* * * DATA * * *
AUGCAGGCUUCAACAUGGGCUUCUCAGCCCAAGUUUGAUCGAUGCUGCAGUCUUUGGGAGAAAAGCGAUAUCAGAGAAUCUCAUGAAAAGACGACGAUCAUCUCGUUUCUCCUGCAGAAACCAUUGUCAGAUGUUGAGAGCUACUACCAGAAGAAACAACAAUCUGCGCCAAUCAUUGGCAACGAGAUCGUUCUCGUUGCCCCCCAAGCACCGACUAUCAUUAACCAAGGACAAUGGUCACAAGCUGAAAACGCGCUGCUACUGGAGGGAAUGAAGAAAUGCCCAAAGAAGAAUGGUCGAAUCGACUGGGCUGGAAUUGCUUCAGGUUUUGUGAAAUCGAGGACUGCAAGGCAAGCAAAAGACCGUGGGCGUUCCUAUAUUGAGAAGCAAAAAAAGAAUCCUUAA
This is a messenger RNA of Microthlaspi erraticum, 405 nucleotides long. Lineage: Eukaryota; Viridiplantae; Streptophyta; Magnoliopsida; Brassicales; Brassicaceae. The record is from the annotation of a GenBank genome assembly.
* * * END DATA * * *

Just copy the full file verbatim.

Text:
AUGCAGGCUUCAACAUGGGCUUCUCAGCCCAAGUUUGAUCGAUGCUGCAGUCUUUGGGAGAAAAGCGAUAUCAGAGAAUCUCAUGAAAAGACGACGAUCAUCUCGUUUCUCCUGCAGAAACCAUUGUCAGAUGUUGAGAGCUACUACCAGAAGAAACAACAAUCUGCGCCAAUCAUUGGCAACGAGAUCGUUCUCGUUGCCCCCCAAGCACCGACUAUCAUUAACCAAGGACAAUGGUCACAAGCUGAAAACGCGCUGCUACUGGAGGGAAUGAAGAAAUGCCCAAAGAAGAAUGGUCGAAUCGACUGGGCUGGAAUUGCUUCAGGUUUUGUGAAAUCGAGGACUGCAAGGCAAGCAAAAGACCGUGGGCGUUCCUAUAUUGAGAAGCAAAAAAAGAAUCCUUAA
This is a messenger RNA of Microthlaspi erraticum, 405 nucleotides long. Lineage: Eukaryota; Viridiplantae; Streptophyta; Magnoliopsida; Brassicales; Brassicaceae. The record is from the annotation of a GenBank genome assembly.